Most of the time we tell people we intend to vote for Jill Stein this November we catch a lot of scorn. In some company, we find ourselves having to brace before we utter the words. Getting herself arrested for painting "Frack this" on a bulldozer blade was a good start, but is not enough to start a revolution. And yet, voting for Stein is neither unwise nor hopeless.
It is not hopeless because we have seen the effect new media is having on not just politics but virtually every aspect of modern life. Bernie Sanders did not have a strong campaign organization or a fraction of the money that Hillary Clinton did, but he tapped into crowdfunding and social media like no one before.
The same can be said of Donald Trump, although he is still riding the reality television wave more than pumping out insults to Twitter. Both Jeb Bush and Hillary were the anointed candidates before the primaries, both lost badly, and only by dint of Hillary’s clout within the Party Oblast did she manage to sandbag Bernie and carry through to the convention.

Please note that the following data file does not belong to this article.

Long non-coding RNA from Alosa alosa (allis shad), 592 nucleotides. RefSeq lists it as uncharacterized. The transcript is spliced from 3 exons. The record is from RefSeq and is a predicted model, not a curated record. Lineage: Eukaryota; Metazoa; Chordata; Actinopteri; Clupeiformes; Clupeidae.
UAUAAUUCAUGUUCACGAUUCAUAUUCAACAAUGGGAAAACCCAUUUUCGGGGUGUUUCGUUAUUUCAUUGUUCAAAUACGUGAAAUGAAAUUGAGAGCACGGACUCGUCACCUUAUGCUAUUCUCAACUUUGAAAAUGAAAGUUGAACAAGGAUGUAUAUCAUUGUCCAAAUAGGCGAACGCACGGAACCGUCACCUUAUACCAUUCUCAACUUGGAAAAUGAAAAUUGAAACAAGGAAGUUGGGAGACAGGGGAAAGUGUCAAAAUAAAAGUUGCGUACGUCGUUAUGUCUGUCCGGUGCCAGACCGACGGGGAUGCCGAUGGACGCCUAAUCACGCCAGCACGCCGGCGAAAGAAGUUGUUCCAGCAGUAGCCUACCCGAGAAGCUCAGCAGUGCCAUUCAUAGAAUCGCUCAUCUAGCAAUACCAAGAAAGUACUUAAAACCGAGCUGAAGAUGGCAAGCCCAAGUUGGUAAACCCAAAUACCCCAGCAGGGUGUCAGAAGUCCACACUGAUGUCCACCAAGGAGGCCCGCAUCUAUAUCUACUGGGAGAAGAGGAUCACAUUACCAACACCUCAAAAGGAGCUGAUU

On the GOP side, Jeb never saw Donald coming. Nobody there did.
That’s precisely why Jill Stein cannot to be counted out.
The US election takes place on a single day, give or take motor voting. Most ballots are cast within about a 16-hour window from 7 am on the East Coast to 7 pm on the West Coast. During that window, what happened in the primaries doesn’t matter. What happened in the debates doesn’t matter. Who has the best team, the biggest advertising budget, the most yard signs, or the momentum going into that 16-hour window suddenly stops mattering. What matters is what happens in the voting booth.
We are now in a new world: UberAmazon. Most USAnians want, and many millennials are used to, just-in-time instantaneous gratification.
This is a new phenomenon, on a historical time scale, but it is how the Singing Revolution toppled the Soviet Empire in Estonia. It is how Ukrainians found the chutzpah to toss out Yanukovych.